” For much of the past two years I’ve been able to work from wherever I wanted and dial the work up and down as I saw fit. But this flexibility, and the perceived freedom that comes with it, throws up a whole ton of risk.”
“I know I owe you a response. It may take me to the end of the week to sort this – battling many fronts at the moment.”
This was the response I received to an email chasing up a new contract on the 23rd March – the day the UK went into lockdown.
I didn’t hear from that client again for almost a whole month.
While this type of exchange might be par for the course for your average freelancer, when the world is turning upside down it takes on a new life altogether. And in my case, this wasn’t an isolated event.
Self-employment is a double edged sword.
On the one hand it affords unmatched levels of flexibility. For much of the past two years I’ve been able to work from wherever I want and dial the work up and down as I saw fit. This enabled me to travel with my husband for his work in the early days of our marriage and spend time in some amazing parts of the world. I will be forever grateful for this experience.
On the other hand, this flexibility, and the perceived freedom that comes with it, throws up a whole ton of risk. Income is received in fits and starts. Generating work is your responsibility alone. There’s no sick pay, no holiday pay, no maternity leave. There’s no union (until recently!) if your employer treats you badly – as I found out when one client refused to pay me. And don’t even get me started on tax returns.
Being self-employed makes important things like renting or buying a home or securing a loan more difficult. The requirement to prove three years-worth of income is near impossible to satisfy, if, like me, you’ve dipped in and out of self-employment. You are generally bottom of the employed pile.
Coronavirus brought this into ever more sharp relief, exposing many of the difficulties and inequalities that the self-employed face.
The levels of uncertainty that the self-employed have had endure over the past 6 months have required almost superhuman strength.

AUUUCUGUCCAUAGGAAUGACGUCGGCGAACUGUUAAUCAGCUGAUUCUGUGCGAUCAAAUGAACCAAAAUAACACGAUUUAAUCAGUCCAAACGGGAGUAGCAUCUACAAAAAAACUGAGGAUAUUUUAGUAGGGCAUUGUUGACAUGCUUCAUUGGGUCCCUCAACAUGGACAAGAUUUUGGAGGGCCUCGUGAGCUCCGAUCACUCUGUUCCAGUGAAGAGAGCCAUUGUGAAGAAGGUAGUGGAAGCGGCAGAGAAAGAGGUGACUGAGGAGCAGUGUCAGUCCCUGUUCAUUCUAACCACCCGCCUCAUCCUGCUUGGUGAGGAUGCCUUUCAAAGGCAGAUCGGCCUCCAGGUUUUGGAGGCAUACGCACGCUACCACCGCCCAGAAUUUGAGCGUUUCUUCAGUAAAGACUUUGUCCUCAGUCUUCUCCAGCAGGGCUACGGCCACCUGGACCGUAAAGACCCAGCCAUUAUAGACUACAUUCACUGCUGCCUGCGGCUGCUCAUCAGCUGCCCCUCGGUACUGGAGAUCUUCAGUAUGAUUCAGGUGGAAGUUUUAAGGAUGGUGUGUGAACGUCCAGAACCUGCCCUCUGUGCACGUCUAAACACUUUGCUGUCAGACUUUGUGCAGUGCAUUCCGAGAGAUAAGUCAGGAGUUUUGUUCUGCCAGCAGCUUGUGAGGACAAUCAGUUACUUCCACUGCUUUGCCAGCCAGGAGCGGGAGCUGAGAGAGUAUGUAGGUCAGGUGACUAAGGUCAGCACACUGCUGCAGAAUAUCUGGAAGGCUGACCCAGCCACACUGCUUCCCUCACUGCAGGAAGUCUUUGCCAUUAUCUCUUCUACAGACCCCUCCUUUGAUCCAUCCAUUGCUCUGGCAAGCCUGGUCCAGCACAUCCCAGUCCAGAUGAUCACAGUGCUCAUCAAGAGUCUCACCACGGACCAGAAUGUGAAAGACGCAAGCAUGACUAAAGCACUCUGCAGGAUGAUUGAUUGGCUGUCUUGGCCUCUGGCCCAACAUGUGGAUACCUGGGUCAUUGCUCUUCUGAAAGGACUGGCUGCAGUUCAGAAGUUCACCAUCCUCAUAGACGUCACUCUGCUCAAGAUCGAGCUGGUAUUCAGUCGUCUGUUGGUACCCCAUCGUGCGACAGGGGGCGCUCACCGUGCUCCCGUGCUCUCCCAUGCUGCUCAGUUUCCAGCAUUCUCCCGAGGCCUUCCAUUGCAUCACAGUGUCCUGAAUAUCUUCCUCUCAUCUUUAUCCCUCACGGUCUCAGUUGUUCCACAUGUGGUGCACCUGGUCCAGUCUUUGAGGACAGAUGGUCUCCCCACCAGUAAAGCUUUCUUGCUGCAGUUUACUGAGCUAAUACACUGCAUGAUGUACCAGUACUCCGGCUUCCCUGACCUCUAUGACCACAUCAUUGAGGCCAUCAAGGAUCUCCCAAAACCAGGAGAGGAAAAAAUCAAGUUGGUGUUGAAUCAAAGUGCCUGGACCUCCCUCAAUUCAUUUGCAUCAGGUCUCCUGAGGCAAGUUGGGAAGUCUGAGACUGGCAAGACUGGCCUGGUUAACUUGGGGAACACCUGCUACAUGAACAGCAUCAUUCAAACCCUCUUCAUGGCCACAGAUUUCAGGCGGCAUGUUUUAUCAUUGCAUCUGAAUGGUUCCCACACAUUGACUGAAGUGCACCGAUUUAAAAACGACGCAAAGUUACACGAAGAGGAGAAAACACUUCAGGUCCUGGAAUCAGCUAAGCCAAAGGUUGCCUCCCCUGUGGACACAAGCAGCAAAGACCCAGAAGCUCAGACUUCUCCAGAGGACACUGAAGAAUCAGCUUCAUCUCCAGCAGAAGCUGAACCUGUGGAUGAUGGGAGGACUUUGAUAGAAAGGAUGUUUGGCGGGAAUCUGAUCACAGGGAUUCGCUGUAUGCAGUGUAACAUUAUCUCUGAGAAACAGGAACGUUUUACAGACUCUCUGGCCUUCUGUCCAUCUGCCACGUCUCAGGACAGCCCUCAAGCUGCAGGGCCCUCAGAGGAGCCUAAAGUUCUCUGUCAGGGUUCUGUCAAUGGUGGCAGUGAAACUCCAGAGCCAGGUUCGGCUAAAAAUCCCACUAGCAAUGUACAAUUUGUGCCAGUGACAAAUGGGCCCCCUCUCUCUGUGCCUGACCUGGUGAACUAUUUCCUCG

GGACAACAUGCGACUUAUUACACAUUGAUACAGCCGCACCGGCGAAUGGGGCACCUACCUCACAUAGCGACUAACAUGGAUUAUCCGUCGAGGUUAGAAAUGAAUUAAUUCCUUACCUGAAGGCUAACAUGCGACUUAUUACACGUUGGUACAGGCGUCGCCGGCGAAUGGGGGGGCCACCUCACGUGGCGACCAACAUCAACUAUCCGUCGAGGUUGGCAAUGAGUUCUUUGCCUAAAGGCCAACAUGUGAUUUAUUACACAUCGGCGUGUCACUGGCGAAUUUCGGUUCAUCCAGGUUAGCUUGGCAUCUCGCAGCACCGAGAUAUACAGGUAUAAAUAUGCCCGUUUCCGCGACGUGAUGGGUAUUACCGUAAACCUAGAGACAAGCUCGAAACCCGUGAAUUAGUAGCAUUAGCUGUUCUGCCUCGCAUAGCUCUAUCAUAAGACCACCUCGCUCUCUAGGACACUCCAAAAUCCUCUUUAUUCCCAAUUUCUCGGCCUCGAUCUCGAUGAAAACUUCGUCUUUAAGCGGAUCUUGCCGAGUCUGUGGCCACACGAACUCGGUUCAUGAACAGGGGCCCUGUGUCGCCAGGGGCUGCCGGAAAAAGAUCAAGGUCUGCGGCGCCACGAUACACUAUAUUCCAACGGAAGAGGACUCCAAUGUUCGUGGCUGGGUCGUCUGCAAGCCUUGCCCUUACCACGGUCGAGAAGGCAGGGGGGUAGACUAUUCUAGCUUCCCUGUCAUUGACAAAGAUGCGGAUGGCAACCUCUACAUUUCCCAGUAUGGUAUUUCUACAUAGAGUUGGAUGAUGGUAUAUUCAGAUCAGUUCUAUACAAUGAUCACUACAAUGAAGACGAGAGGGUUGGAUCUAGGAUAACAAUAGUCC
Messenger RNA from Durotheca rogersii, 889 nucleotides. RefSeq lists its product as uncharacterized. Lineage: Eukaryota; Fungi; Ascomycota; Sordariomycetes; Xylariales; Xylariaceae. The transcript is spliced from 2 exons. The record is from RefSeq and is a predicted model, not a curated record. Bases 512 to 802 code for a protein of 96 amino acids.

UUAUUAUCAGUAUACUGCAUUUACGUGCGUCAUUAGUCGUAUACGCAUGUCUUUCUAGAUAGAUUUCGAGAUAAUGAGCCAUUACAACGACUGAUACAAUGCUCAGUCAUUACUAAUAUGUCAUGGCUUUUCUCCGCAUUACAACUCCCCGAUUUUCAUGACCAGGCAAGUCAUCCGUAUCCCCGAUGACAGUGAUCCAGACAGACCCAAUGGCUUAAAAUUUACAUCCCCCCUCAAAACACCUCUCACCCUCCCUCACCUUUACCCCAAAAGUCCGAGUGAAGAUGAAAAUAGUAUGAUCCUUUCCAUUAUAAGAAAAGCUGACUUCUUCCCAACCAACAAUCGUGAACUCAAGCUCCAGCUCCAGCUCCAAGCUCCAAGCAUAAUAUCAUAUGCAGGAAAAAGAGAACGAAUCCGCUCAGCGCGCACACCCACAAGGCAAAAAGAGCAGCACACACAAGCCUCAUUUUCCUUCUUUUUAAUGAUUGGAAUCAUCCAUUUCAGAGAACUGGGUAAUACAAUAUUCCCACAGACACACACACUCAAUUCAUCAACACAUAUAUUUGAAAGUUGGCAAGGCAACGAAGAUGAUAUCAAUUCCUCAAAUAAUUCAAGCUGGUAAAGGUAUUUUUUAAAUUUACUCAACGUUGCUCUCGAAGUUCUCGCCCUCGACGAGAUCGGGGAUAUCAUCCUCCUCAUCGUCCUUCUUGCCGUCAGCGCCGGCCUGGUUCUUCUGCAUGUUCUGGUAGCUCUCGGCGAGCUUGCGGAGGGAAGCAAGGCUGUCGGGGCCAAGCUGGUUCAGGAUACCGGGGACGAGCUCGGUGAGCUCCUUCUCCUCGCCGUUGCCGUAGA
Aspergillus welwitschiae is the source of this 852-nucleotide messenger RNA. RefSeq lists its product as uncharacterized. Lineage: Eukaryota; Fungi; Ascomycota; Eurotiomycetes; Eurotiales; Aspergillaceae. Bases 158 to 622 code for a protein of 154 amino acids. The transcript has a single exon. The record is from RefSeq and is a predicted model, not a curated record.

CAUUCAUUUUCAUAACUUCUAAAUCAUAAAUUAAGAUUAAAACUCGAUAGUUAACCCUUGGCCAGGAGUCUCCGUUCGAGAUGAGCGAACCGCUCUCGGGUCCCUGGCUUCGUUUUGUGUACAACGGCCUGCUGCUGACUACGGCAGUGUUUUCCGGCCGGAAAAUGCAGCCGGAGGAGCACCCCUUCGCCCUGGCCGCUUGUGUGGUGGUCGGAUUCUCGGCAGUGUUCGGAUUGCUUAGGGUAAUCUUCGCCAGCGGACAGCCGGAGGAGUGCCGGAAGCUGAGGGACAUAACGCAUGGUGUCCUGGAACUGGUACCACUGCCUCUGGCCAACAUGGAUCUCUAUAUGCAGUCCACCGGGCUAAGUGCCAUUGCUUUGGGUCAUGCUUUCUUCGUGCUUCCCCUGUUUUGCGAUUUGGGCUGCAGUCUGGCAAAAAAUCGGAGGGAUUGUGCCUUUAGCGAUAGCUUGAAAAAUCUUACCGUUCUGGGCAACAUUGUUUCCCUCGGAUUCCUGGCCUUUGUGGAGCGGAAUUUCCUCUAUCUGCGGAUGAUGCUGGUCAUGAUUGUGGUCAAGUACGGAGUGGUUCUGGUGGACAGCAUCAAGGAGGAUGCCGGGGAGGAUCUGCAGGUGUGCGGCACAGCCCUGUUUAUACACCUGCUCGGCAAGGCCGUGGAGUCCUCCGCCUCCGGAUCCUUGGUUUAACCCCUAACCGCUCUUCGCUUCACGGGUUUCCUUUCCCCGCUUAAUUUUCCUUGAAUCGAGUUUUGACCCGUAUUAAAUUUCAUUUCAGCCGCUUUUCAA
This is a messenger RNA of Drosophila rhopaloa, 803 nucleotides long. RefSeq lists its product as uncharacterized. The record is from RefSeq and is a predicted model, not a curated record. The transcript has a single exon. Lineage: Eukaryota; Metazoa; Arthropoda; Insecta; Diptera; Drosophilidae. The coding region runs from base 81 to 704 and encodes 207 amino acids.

Long before the true gravity of the situation became clear and distant reports of a potential pandemic were whispers in the media, I was working with two clients. Both had been long-term clients that I developed good relationships with. Both went silent.
In March, it was impossible to tell how long this would last. And the uncertainty weighed heavily.
Both of my clients – and most other organisations – were fighting to deal with the fall out of coronavirus on their own operations and for their own staff. The last people on their minds were the lowly consultants.
And that’s how it seems to be in most areas of life.
While employed people were swiftly offered support and relief, the self-employed were left to fight their own battle. The self-employed were only covered by the government’s income support scheme after a concerted lobbying effort by Community and other interest groups. And even then, the outcomes were a far cry from parity with employed workers.
I am one of the lucky one who can work from home, but many self-employed people have been putting themselves at risk and carrying on their work because their incomes have not been secured or payments delayed for many months.
There are 5 million self-employed people in the UK – a whopping 15% of the employed population – and this is set to grow. Over the next decade there will be more people working as self-employed than in the civil service. Yet, this substantial proportion of the workforce are expected to persist with essentially no protections.
Why is it that so many people are overlooked?
The self-employed will become an increasingly important part of the UK’s economy, and may be called upon to play a herculean role in securing the economic recovery of the country.
As we emerge from the coal face of this crisis, it’s imperative that the needs of the self-employed are adequately considered and acted upon. And there may be more of us sooner than we think. The ending of the furlough scheme may force thousands of redundancies and turn even more people to self-employment.
The question will soon turn to how we pay for all the support that has been put in place – and without a doubt self-employed people will be in the firing line. The Chancellor has already made reference to tax changes that will negatively impact the self-employed. However, he would be wise to seek to harness the dynamism of the self-employed and provide us with greater, not less, protection from the uncertainty our work bears.
Jessica is a political and international development consultant, writer and law student.
“Sometimes I’ve heard it said that ‘even self-employed people need a union’. I disagree. Especially self-employed people need a union.”
“When you’re self employed, if there’s no work to do, you’re effectively unemployed. But there’s no support for freelancers who are momentarily unemployed. We can’t claim job seekers allowance, because seeking a new customer isn’t the same as seeking regular employment.”